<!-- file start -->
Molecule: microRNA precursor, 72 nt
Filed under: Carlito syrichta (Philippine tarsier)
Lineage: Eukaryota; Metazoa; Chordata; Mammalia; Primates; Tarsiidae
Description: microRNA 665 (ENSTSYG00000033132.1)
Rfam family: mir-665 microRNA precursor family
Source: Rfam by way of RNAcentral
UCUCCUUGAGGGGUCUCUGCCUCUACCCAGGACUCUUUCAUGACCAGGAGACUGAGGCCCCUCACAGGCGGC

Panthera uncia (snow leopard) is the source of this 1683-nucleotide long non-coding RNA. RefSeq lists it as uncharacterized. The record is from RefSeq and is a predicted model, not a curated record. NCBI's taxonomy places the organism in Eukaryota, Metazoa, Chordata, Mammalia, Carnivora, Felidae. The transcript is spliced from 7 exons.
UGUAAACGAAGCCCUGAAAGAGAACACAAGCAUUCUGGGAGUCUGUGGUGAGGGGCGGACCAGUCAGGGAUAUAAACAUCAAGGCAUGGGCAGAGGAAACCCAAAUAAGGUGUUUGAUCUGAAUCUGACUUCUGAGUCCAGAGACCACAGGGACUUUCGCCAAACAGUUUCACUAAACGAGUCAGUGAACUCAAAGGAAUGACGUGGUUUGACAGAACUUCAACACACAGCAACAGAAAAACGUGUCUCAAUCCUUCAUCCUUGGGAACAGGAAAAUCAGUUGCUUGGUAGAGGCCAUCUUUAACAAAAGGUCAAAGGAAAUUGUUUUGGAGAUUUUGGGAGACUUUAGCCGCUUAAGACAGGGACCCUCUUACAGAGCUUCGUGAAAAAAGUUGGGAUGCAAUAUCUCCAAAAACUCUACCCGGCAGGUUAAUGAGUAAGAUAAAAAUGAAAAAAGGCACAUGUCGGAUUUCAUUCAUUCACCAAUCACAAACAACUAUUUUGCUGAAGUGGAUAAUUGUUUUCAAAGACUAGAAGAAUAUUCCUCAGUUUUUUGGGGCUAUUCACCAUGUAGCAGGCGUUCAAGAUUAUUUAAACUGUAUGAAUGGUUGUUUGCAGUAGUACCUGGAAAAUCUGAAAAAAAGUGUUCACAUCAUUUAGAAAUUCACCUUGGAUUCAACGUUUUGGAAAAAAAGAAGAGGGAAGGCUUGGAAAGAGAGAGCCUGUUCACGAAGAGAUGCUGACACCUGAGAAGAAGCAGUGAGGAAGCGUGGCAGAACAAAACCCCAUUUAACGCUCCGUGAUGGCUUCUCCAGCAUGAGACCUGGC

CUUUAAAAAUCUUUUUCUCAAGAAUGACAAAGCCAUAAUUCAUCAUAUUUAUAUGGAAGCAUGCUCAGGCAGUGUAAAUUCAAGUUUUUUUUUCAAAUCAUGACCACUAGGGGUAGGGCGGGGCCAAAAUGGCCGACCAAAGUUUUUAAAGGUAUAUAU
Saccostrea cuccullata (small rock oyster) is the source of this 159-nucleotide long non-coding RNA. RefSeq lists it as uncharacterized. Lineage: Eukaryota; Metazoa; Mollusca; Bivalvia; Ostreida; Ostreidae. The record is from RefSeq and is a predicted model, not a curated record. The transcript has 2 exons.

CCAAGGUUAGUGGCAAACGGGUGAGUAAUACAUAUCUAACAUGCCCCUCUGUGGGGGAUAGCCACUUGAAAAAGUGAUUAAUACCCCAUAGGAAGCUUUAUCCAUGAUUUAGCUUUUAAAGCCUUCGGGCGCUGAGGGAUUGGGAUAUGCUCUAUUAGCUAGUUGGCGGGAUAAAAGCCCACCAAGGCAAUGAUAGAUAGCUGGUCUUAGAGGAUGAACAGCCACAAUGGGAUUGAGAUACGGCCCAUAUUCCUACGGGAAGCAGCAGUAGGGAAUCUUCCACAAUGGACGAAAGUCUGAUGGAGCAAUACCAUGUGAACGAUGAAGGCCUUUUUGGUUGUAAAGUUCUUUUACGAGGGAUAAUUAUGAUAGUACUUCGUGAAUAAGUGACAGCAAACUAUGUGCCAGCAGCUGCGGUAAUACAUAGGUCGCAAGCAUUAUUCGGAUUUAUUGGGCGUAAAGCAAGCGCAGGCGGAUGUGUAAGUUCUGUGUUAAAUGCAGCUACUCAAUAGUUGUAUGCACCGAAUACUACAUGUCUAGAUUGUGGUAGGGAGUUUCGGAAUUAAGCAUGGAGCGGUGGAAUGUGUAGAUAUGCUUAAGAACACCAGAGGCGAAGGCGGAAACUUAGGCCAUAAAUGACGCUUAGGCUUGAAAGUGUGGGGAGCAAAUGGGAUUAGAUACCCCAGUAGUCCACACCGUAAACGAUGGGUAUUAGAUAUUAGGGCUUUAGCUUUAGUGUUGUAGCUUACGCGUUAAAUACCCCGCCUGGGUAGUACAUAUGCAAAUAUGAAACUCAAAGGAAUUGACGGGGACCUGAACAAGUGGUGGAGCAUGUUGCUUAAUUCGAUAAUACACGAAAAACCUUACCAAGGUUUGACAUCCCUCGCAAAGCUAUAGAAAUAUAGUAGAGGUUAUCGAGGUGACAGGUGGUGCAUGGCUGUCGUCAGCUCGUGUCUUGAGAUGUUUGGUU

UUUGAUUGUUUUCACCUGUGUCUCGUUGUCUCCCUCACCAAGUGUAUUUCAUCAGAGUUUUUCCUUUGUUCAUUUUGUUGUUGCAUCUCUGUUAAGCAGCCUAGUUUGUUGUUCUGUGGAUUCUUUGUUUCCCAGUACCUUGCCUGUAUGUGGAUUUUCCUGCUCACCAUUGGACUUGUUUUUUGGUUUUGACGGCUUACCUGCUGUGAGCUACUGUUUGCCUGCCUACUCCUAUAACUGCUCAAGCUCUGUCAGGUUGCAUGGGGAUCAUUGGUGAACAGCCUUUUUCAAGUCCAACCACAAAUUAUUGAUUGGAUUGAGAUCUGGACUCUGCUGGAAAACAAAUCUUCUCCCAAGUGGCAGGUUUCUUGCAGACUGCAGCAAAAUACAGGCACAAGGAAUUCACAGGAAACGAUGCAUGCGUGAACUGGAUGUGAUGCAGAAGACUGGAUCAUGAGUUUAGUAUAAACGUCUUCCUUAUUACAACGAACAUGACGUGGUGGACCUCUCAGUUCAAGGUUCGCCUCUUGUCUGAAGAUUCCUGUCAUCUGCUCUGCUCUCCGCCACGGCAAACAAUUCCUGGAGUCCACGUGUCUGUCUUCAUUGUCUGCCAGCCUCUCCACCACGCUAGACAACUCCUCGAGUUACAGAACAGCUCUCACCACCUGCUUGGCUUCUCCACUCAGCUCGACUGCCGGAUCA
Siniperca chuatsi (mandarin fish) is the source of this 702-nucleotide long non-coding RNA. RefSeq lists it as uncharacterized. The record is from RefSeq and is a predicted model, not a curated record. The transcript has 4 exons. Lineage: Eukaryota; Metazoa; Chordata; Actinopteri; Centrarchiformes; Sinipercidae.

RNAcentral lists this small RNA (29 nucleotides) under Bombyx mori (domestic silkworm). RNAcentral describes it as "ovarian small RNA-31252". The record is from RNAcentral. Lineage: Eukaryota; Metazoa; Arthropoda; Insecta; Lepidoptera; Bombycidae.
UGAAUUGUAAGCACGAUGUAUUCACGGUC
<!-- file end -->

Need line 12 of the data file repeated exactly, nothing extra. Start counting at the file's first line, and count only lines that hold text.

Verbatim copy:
CCAAGGUUAGUGGCAAACGGGUGAGUAAUACAUAUCUAACAUGCCCCUCUGUGGGGGAUAGCCACUUGAAAAAGUGAUUAAUACCCCAUAGGAAGCUUUAUCCAUGAUUUAGCUUUUAAAGCCUUCGGGCGCUGAGGGAUUGGGAUAUGCUCUAUUAGCUAGUUGGCGGGAUAAAAGCCCACCAAGGCAAUGAUAGAUAGCUGGUCUUAGAGGAUGAACAGCCACAAUGGGAUUGAGAUACGGCCCAUAUUCCUACGGGAAGCAGCAGUAGGGAAUCUUCCACAAUGGACGAAAGUCUGAUGGAGCAAUACCAUGUGAACGAUGAAGGCCUUUUUGGUUGUAAAGUUCUUUUACGAGGGAUAAUUAUGAUAGUACUUCGUGAAUAAGUGACAGCAAACUAUGUGCCAGCAGCUGCGGUAAUACAUAGGUCGCAAGCAUUAUUCGGAUUUAUUGGGCGUAAAGCAAGCGCAGGCGGAUGUGUAAGUUCUGUGUUAAAUGCAGCUACUCAAUAGUUGUAUGCACCGAAUACUACAUGUCUAGAUUGUGGUAGGGAGUUUCGGAAUUAAGCAUGGAGCGGUGGAAUGUGUAGAUAUGCUUAAGAACACCAGAGGCGAAGGCGGAAACUUAGGCCAUAAAUGACGCUUAGGCUUGAAAGUGUGGGGAGCAAAUGGGAUUAGAUACCCCAGUAGUCCACACCGUAAACGAUGGGUAUUAGAUAUUAGGGCUUUAGCUUUAGUGUUGUAGCUUACGCGUUAAAUACCCCGCCUGGGUAGUACAUAUGCAAAUAUGAAACUCAAAGGAAUUGACGGGGACCUGAACAAGUGGUGGAGCAUGUUGCUUAAUUCGAUAAUACACGAAAAACCUUACCAAGGUUUGACAUCCCUCGCAAAGCUAUAGAAAUAUAGUAGAGGUUAUCGAGGUGACAGGUGGUGCAUGGCUGUCGUCAGCUCGUGUCUUGAGAUGUUUGGUU